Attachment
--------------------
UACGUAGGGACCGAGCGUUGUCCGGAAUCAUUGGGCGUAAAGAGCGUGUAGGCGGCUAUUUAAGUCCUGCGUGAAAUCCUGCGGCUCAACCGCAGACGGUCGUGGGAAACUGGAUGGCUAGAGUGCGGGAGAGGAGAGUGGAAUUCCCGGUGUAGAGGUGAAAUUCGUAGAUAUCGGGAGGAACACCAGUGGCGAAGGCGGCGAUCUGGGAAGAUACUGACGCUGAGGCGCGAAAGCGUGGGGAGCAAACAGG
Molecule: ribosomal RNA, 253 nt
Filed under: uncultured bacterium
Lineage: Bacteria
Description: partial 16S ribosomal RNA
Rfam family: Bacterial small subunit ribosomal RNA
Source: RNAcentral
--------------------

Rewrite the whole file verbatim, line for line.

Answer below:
UACGUAGGGACCGAGCGUUGUCCGGAAUCAUUGGGCGUAAAGAGCGUGUAGGCGGCUAUUUAAGUCCUGCGUGAAAUCCUGCGGCUCAACCGCAGACGGUCGUGGGAAACUGGAUGGCUAGAGUGCGGGAGAGGAGAGUGGAAUUCCCGGUGUAGAGGUGAAAUUCGUAGAUAUCGGGAGGAACACCAGUGGCGAAGGCGGCGAUCUGGGAAGAUACUGACGCUGAGGCGCGAAAGCGUGGGGAGCAAACAGG
Molecule: ribosomal RNA, 253 nt
Filed under: uncultured bacterium
Lineage: Bacteria
Description: partial 16S ribosomal RNA
Rfam family: Bacterial small subunit ribosomal RNA
Source: RNAcentral